3. FIG. 3 is a break down of a detailed section of the trimmable I-beam used in FIG. 1.

4. FIG. 4 shows the I-beam of FIG. 3 as assembled.

5. FIG. 5 shows the process described herein for making Truss sections using the technology disclosed in the specification.

FIG. 5a is a typical square cut detail. FIG. 5b is a typical rafter cut detail,

6. FIG. 6 shows the use of succeedingly two foot increases in beam size for purposes of use of the product in construction.

DETAILED DISCUSSION OF THE PREFERRED EMBODIMENT(S)

As can best be seen by reference to FIG. 1, the structural component system 1 is constructed of a series of individual truss members as shown as 2 in FIG. 2 and the ends of the structural component are constructed of wooden flanges separated by a vertical wooden solid web material.

As can best be seen by FIG. 2, each of the cross member 3 is constructed generally using cross beams 3 and chords 5. An end unit 6 comprised of a strut 7 and a closed or solid web 8 complete the interior portions. The chords are bound to the struts 7 and the cross members 3 utilizing metal fasteners 4. These fastener 4 are known in the art and appear as a metal sheet out of which sharp points or nails have been punched. Typically, these fasteners 4 need to be in place or both sides of the cross beams 3, struts 7 and chords 11 and 12. A smaller fastener 4a is used in order to secure the top or bottom of vertical beams 9 defining duct opening 10 and the top of struts 7.

The strut may be slanted as required by roof type truss members.

As can best be seen by reference to FIG. 3 and 4 a key element of the invention is the end unit 6. End unit 6 is comprised on the weight bearing end of the top chord 11 and bottom chord 12. The ends of chords 11 and 12 have been fitted to have a top groove 13 and a bottom groove 14. These grooves 13 and 14 correspond to the top plug 15 and bottom plug 16 defined by the top and bottom rounded ends of the solid web 8. The grooves are typically 1/2" in a 24 chord to maintain thickness of the 24 during curing and when weight is supplied during use.

The grooves 13 and 14 and corresponding plugs 15 and 16 are rounded in order to provide a smooth stress profile when pressed together tightly, as by the construction technique described below for making the truss or by loads pressing on the truss in a construction setting. square or non-rounded openings as are present in the prior art at these locations result in stress singularities which can cause cracking. By providing semi-circular grooves, the stresses present are evenly distributed without affecting the strength of the lumber. Typically, in a two by four, these grooves would be approximately 1/3 of the depth of the two by four. This shaping also allows for a better method of manufacture by allowing easier insertion with the plugs 15216.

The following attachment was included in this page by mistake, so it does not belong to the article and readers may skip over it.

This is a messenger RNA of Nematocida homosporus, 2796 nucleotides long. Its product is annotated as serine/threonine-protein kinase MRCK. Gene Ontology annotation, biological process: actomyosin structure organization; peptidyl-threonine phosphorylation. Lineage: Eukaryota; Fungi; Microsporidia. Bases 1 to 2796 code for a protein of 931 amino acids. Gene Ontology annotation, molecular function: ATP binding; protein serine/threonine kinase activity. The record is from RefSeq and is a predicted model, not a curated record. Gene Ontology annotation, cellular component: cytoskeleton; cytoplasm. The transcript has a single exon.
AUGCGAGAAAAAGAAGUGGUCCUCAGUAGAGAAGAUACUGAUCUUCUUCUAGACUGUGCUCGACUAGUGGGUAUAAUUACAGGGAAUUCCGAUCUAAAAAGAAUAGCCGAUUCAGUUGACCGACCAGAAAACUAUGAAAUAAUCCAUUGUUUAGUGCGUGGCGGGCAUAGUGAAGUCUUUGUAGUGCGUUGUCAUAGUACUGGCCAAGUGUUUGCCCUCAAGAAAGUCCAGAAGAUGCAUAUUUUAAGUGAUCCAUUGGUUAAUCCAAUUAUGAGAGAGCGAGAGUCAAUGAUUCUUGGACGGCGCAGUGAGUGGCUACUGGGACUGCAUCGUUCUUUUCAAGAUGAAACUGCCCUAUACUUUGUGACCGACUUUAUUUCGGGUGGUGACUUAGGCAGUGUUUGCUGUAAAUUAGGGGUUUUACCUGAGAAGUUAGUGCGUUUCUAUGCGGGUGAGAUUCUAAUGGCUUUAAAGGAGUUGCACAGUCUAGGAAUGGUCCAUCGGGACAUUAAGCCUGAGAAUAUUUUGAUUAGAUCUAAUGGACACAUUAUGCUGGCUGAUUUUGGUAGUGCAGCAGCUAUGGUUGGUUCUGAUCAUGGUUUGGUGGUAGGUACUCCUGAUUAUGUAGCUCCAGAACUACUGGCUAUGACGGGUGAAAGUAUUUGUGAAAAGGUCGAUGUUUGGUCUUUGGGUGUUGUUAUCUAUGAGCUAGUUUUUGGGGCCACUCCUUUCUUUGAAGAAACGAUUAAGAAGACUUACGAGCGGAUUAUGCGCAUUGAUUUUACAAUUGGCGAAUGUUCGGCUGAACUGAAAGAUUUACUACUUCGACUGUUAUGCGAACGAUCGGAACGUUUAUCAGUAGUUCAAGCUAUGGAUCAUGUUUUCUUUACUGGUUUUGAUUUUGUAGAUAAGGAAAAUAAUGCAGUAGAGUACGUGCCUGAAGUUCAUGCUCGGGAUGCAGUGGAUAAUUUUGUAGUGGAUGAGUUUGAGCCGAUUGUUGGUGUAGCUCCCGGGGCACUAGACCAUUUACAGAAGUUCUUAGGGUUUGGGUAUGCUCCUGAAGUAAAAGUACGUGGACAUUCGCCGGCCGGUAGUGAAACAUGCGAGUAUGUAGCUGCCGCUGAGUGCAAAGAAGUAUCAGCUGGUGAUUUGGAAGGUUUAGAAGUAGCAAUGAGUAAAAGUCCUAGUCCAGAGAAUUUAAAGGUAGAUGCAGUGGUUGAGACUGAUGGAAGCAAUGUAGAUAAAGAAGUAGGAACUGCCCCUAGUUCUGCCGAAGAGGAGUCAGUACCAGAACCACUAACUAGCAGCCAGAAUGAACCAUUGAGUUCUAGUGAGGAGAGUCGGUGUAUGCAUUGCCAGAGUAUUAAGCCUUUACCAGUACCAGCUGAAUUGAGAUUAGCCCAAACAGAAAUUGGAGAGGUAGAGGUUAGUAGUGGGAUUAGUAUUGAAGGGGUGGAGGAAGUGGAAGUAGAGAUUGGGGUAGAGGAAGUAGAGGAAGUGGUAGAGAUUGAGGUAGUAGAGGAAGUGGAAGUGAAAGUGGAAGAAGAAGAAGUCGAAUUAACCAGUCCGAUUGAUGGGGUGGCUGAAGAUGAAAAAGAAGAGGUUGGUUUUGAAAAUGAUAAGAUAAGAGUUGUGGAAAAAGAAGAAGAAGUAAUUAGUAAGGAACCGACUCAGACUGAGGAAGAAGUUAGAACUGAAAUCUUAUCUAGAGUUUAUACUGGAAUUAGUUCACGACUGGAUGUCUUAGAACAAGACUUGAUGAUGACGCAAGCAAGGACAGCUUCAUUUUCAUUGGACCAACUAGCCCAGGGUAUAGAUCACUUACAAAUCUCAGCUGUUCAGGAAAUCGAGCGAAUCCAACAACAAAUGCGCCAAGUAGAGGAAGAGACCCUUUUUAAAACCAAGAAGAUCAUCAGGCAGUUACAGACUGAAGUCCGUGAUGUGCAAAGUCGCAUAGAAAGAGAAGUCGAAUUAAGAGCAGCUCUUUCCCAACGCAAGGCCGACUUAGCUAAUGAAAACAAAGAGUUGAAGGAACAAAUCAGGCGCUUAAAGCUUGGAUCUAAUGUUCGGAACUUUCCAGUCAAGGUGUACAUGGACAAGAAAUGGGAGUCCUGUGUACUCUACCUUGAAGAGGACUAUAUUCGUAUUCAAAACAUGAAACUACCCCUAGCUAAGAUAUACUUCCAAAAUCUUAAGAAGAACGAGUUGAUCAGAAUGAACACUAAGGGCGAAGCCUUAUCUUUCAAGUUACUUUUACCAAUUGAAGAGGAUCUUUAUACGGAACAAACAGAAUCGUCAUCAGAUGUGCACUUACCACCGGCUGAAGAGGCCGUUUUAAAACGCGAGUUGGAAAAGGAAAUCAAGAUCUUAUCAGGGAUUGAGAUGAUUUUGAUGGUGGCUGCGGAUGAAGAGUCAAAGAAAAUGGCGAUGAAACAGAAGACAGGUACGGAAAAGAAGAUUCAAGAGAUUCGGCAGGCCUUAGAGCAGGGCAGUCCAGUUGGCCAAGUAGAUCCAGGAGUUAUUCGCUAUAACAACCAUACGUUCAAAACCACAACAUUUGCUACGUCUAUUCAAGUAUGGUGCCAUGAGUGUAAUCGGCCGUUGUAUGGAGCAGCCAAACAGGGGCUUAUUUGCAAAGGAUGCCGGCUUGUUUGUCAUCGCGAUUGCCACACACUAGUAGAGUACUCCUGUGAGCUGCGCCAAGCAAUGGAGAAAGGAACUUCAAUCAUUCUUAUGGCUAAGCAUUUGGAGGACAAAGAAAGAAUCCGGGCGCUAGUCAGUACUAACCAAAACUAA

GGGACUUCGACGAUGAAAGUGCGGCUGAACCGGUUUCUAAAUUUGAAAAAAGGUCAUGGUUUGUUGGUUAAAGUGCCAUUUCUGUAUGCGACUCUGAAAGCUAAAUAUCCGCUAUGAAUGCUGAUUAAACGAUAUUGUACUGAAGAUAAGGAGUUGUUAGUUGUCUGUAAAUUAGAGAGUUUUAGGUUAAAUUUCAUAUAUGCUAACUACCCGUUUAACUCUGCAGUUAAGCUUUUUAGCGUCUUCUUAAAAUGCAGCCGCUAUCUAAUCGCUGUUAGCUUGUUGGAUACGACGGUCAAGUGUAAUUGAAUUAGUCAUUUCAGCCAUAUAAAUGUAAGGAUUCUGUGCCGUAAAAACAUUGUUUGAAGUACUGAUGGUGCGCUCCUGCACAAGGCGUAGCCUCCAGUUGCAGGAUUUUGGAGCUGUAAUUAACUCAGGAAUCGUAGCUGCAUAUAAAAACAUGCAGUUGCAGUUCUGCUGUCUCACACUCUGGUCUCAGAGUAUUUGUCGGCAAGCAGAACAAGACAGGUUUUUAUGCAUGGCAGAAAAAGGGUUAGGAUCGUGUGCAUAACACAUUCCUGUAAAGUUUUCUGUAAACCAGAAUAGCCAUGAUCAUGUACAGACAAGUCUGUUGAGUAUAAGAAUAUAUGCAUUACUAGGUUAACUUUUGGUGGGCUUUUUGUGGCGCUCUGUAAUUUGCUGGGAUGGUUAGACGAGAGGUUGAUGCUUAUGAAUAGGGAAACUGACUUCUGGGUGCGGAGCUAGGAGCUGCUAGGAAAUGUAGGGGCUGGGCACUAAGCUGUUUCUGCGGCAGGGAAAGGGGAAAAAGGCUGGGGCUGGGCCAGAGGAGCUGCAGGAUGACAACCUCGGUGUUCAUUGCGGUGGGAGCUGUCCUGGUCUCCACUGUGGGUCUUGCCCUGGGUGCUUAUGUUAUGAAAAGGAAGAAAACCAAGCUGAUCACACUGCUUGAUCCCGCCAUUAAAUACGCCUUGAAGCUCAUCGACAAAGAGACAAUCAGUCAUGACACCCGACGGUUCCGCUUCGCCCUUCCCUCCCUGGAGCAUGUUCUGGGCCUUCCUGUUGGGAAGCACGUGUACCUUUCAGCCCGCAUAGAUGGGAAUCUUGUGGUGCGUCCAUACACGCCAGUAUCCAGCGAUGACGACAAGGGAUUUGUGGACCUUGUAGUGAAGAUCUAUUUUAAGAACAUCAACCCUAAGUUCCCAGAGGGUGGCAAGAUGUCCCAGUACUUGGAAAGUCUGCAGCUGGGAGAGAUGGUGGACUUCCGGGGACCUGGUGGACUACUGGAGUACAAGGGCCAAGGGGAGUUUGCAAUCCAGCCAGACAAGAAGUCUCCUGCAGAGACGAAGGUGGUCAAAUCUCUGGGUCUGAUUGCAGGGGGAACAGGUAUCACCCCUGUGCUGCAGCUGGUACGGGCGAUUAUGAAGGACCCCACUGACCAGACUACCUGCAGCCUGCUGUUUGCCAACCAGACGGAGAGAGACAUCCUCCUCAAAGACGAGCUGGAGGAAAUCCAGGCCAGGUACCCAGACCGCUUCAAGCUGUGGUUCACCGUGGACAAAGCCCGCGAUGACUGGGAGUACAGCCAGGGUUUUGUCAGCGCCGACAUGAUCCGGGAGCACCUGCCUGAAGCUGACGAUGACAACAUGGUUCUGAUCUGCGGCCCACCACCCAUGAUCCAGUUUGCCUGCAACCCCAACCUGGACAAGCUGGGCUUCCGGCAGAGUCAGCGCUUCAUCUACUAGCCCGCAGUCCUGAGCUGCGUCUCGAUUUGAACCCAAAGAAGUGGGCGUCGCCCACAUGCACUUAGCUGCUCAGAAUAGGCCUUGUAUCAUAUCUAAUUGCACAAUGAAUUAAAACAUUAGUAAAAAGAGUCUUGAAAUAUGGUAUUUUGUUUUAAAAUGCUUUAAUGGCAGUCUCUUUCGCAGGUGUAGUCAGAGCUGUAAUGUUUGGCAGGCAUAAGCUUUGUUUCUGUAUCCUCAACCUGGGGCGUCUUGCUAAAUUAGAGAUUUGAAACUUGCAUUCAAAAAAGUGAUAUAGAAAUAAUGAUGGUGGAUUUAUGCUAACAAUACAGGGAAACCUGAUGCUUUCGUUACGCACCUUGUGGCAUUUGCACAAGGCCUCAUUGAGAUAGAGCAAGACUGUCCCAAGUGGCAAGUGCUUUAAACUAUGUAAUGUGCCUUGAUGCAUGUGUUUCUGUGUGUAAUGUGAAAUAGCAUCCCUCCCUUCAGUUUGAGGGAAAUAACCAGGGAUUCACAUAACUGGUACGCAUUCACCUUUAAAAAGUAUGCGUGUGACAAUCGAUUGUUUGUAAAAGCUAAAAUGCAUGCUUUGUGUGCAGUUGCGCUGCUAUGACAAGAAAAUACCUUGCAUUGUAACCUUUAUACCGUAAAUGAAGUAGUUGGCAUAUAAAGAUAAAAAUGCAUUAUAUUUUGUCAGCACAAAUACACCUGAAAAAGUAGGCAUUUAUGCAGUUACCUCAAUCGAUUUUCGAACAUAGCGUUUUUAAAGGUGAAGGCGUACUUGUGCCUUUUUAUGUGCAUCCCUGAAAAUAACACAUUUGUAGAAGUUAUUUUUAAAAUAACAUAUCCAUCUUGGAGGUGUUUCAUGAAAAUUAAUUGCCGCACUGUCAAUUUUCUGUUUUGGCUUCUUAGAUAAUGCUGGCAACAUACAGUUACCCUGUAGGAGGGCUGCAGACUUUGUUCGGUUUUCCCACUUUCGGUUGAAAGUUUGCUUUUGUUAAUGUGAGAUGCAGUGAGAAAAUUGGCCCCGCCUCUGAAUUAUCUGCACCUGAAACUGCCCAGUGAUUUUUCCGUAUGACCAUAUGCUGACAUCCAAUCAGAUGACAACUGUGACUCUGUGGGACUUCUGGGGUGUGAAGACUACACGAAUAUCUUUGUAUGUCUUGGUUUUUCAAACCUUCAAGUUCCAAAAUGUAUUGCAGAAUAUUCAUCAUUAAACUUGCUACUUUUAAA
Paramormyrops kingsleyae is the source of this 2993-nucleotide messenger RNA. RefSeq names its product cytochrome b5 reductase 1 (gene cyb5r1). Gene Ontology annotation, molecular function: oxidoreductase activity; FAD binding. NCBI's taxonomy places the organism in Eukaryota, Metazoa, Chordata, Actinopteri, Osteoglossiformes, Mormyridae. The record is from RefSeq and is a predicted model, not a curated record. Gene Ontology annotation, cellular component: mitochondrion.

Closed web 8 is longer than strut 7 by the combined depth of grooves 13 and 14. Strut 7 has a height defined by the spacing desired between the top chord 11 and bottom chord 12.

Glue line 18 serves to fix the side 21 of closed web 8 into a slot 22 in the strut 7. In addition, in order to maintain the location and pressure on the glue line 18 during curing, metal staples or pins 23 are used to further secure the strut 7 to the side 21 of closed web 8.

Top glue line 19 and bottom glue line 20 are used to secure top plug 15 and bottom plug 16 into top groove 13 and bottom groove 14 respectively. The metal pins 23 cannot extend into the closed web 8 a greater distance than that encompassed by the sides of the slot 22. Slot 22 and the side 21 or web 8 are squared to facilitate the introduction of the pins 23. The slot 22 and side 21 may be squared since they do not bear significant and controlling stresses.

The length of the grooves 13 and 14 and corresponding length of the top 15 and bottom 16 of closed web 8 may be different without departing from the inventive concept embodied herein overall depth from top to bottom amy also vary-length of side 21 on FIG. 3 can vary as well.

The combination of the chords and strut and closed web as described above may form a trimmable I-beam without sacrificing strength or deflection tolerances utilizing normal two by four construction for the chords and strut and having the closed web comprised of oriented strand board having a top grooved face corresponding in shape to the top groove and a bottom grooved face corresponding to the shape of the bottom groove so as to form a fit is joined by structural adhesive by joining the top groove and bottom groove to the top and bottom grooved faces respectively.